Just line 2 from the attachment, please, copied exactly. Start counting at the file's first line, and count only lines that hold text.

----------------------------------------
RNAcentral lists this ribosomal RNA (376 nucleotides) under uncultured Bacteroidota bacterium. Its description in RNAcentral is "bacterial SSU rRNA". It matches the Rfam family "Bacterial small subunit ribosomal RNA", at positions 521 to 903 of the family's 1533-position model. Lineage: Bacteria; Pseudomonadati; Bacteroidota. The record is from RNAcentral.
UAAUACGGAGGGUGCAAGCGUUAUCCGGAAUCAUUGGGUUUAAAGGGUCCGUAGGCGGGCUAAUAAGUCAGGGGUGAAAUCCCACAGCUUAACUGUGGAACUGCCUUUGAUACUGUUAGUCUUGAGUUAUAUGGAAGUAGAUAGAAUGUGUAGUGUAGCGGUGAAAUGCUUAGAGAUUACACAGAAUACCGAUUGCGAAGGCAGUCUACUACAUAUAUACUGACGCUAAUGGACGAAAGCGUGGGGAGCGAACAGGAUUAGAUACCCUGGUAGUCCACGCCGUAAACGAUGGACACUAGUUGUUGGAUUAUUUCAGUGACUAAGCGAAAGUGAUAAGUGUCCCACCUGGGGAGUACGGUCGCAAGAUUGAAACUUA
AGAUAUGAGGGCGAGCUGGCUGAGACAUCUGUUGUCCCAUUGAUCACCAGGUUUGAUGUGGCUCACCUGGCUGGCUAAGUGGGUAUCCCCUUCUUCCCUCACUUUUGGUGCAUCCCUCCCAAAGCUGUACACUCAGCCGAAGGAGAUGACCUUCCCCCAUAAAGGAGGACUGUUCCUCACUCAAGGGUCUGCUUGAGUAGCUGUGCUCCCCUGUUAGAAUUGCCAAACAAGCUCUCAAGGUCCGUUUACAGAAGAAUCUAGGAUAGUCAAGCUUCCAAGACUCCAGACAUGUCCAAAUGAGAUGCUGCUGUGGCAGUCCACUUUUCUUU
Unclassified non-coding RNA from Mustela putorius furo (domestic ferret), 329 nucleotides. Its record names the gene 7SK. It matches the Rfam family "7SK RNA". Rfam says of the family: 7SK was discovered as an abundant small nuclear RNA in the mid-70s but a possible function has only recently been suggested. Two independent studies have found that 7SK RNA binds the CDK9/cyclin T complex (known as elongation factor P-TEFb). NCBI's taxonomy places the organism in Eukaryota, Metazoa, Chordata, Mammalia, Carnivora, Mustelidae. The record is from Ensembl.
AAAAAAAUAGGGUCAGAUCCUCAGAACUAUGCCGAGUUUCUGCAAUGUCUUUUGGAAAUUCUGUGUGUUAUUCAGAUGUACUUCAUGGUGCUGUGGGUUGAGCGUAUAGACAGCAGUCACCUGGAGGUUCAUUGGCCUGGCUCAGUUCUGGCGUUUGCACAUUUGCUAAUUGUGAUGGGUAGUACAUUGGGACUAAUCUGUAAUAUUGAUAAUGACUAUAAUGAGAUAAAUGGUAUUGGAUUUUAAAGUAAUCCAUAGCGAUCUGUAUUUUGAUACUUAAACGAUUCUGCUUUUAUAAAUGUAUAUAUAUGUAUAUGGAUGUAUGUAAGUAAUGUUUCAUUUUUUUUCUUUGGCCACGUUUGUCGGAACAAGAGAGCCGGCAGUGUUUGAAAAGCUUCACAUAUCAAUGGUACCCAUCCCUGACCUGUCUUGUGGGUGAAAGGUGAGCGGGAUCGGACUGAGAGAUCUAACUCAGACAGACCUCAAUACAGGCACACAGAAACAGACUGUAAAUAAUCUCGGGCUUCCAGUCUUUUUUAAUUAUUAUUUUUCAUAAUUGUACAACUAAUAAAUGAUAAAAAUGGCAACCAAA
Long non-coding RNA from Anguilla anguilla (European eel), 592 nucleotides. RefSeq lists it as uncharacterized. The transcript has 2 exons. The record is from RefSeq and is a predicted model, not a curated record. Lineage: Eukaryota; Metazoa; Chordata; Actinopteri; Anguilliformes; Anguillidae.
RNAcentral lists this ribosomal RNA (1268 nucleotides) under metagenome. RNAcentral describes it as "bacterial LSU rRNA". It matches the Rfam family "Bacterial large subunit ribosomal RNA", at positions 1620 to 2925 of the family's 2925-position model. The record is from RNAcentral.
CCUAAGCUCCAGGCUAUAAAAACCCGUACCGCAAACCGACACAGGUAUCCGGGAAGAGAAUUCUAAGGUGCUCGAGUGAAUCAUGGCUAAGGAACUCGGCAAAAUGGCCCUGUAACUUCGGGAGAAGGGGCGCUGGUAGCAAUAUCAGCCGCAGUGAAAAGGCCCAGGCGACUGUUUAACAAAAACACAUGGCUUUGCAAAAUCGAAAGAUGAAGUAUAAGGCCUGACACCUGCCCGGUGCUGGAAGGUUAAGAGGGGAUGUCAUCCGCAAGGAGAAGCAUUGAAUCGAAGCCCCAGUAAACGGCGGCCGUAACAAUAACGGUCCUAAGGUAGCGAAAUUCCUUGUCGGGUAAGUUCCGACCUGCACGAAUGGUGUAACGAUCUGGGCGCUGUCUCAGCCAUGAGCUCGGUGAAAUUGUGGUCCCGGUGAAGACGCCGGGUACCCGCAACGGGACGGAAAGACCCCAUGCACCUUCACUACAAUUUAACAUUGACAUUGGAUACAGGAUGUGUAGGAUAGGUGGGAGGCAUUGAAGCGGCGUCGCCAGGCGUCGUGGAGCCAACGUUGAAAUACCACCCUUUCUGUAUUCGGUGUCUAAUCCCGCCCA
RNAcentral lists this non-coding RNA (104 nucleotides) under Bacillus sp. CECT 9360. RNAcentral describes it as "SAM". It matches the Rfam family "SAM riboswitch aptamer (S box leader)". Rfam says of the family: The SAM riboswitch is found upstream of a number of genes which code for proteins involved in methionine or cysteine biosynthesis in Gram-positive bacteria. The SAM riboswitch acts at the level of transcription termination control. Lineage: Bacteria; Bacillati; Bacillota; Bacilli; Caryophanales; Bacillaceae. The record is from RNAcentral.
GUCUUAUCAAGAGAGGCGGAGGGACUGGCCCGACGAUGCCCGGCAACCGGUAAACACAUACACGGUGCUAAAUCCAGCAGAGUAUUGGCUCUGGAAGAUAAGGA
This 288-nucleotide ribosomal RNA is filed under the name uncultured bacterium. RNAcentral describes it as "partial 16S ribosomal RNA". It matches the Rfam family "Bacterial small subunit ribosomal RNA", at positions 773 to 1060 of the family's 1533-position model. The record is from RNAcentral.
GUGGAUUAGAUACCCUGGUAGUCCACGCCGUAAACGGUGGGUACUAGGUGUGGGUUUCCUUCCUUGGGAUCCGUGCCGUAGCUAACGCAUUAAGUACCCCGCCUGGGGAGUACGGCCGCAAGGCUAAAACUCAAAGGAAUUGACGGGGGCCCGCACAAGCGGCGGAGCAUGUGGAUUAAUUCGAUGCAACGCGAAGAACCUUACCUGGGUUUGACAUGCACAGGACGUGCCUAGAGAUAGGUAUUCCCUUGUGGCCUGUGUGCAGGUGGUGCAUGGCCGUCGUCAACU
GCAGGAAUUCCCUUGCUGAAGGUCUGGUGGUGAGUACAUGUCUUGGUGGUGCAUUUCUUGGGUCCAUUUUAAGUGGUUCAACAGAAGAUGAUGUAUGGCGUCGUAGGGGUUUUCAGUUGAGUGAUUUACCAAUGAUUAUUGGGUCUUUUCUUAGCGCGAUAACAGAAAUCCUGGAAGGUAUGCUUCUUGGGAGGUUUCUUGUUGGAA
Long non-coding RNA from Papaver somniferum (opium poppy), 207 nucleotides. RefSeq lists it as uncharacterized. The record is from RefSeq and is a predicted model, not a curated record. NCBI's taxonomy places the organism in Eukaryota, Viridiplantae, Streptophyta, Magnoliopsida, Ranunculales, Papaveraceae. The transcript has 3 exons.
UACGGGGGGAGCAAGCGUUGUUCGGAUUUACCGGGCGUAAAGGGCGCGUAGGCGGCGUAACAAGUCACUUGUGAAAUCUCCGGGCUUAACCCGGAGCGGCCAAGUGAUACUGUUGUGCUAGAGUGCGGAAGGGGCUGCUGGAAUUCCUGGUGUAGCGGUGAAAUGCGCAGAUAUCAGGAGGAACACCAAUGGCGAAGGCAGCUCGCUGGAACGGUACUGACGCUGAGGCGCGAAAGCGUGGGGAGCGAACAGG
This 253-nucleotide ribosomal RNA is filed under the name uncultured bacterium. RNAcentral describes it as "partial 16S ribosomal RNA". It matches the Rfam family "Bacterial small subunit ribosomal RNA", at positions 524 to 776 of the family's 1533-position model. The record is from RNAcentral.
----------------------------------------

UAAUACGGAGGGUGCAAGCGUUAUCCGGAAUCAUUGGGUUUAAAGGGUCCGUAGGCGGGCUAAUAAGUCAGGGGUGAAAUCCCACAGCUUAACUGUGGAACUGCCUUUGAUACUGUUAGUCUUGAGUUAUAUGGAAGUAGAUAGAAUGUGUAGUGUAGCGGUGAAAUGCUUAGAGAUUACACAGAAUACCGAUUGCGAAGGCAGUCUACUACAUAUAUACUGACGCUAAUGGACGAAAGCGUGGGGAGCGAACAGGAUUAGAUACCCUGGUAGUCCACGCCGUAAACGAUGGACACUAGUUGUUGGAUUAUUUCAGUGACUAAGCGAAAGUGAUAAGUGUCCCACCUGGGGAGUACGGUCGCAAGAUUGAAACUUA